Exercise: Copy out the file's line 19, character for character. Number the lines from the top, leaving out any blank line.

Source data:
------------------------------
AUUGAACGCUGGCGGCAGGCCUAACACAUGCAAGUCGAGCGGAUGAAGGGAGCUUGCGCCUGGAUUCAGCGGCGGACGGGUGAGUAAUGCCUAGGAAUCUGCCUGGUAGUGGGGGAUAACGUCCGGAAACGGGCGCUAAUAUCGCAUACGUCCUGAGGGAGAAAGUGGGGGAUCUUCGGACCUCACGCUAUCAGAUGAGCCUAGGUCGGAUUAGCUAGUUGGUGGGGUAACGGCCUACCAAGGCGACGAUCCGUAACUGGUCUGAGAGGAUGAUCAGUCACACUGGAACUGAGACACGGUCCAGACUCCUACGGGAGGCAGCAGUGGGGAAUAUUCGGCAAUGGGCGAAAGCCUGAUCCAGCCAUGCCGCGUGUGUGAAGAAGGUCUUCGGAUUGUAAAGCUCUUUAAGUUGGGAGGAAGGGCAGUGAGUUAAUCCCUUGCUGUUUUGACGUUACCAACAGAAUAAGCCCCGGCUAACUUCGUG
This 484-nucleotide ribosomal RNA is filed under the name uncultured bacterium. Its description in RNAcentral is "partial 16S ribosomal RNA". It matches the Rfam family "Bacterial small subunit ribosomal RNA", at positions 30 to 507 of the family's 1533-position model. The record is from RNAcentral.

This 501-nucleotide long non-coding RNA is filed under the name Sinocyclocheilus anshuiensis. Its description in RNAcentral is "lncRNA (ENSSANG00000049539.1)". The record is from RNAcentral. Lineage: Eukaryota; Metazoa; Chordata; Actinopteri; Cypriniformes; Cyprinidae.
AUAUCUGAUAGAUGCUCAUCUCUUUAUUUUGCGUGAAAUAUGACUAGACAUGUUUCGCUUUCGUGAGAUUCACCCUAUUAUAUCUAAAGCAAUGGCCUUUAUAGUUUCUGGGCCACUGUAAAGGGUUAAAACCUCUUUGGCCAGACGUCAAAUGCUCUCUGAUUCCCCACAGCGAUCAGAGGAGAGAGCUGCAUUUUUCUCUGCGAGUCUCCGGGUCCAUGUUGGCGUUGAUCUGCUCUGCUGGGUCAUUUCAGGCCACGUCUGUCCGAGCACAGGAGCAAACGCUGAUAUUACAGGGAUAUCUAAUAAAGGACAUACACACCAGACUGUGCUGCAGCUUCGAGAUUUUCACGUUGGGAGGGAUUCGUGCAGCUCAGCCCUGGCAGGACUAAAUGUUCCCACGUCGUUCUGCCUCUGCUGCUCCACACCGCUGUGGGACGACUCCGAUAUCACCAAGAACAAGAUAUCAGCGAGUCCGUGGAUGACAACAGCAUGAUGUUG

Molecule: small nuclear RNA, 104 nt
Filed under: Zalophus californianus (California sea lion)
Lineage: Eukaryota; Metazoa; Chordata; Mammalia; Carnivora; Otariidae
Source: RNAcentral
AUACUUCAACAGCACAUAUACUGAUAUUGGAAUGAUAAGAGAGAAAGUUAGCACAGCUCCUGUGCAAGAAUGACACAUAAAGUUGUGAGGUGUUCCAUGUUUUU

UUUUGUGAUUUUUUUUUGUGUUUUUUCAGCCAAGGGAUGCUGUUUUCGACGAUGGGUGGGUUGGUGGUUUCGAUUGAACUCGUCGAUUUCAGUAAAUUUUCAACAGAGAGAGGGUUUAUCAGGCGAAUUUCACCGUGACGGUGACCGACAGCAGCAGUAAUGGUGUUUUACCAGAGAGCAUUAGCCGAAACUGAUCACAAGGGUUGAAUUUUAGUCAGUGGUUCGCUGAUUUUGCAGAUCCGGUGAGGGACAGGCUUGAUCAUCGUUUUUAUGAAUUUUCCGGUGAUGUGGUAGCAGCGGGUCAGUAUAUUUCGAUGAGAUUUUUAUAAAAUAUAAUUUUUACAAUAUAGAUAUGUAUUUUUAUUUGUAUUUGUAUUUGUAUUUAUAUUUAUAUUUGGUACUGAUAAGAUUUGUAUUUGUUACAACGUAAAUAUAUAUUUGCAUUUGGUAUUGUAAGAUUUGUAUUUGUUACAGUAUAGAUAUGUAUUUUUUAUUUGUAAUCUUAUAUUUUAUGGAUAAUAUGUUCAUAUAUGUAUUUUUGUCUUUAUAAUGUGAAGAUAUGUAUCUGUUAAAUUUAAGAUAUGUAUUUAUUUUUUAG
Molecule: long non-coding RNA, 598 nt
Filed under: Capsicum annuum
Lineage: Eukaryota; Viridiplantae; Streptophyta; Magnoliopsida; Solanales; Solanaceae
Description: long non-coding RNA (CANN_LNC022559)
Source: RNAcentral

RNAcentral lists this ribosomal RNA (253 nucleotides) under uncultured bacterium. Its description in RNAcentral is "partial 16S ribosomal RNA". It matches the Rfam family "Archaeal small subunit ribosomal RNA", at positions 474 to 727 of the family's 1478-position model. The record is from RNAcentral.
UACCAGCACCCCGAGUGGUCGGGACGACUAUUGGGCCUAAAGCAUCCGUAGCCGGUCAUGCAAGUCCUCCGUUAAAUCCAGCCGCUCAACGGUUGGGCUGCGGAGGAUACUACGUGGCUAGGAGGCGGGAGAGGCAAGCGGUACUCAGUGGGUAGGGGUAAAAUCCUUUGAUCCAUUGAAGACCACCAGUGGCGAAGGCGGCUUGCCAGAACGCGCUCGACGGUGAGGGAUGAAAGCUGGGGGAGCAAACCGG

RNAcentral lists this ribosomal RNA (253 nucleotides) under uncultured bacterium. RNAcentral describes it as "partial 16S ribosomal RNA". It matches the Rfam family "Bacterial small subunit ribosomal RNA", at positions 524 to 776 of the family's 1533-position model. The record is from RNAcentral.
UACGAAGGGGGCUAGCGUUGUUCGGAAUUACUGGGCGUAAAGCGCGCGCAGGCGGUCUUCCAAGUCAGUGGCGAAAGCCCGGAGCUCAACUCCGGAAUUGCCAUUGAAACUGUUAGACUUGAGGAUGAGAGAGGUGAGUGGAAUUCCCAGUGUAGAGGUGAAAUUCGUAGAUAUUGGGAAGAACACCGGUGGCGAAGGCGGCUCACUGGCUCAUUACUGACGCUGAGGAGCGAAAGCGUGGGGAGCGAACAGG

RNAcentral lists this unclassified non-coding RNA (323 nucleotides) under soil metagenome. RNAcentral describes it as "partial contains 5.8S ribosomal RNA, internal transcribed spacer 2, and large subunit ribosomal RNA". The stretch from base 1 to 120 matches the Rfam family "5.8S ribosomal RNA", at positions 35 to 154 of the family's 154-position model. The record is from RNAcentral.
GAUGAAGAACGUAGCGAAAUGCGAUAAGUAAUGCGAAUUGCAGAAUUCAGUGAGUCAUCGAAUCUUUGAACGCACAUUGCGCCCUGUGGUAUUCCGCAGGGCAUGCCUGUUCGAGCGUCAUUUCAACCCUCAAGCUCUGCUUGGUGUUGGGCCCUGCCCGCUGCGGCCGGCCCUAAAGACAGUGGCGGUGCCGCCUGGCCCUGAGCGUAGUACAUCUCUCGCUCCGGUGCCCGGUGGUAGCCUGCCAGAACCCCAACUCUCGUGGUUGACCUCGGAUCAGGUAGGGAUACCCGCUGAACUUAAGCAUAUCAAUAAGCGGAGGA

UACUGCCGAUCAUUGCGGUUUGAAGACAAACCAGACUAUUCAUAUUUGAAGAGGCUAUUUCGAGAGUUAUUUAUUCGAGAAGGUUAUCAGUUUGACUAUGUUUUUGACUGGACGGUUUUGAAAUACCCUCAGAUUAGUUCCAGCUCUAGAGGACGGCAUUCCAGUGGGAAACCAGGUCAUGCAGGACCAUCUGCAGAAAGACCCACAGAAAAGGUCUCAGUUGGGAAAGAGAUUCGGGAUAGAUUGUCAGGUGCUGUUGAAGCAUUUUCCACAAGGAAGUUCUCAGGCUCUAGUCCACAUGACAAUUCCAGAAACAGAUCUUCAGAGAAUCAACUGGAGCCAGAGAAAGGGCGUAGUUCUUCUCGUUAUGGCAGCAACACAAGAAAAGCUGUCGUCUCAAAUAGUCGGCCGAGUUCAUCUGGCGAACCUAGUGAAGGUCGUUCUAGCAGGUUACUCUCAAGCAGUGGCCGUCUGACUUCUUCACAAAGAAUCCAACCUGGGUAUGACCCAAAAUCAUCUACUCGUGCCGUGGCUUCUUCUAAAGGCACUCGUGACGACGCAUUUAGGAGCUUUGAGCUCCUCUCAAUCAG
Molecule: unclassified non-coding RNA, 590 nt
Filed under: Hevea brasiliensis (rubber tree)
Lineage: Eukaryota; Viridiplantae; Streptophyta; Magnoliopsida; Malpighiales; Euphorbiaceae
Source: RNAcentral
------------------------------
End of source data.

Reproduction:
UACGAAGGGGGCUAGCGUUGUUCGGAAUUACUGGGCGUAAAGCGCGCGCAGGCGGUCUUCCAAGUCAGUGGCGAAAGCCCGGAGCUCAACUCCGGAAUUGCCAUUGAAACUGUUAGACUUGAGGAUGAGAGAGGUGAGUGGAAUUCCCAGUGUAGAGGUGAAAUUCGUAGAUAUUGGGAAGAACACCGGUGGCGAAGGCGGCUCACUGGCUCAUUACUGACGCUGAGGAGCGAAAGCGUGGGGAGCGAACAGG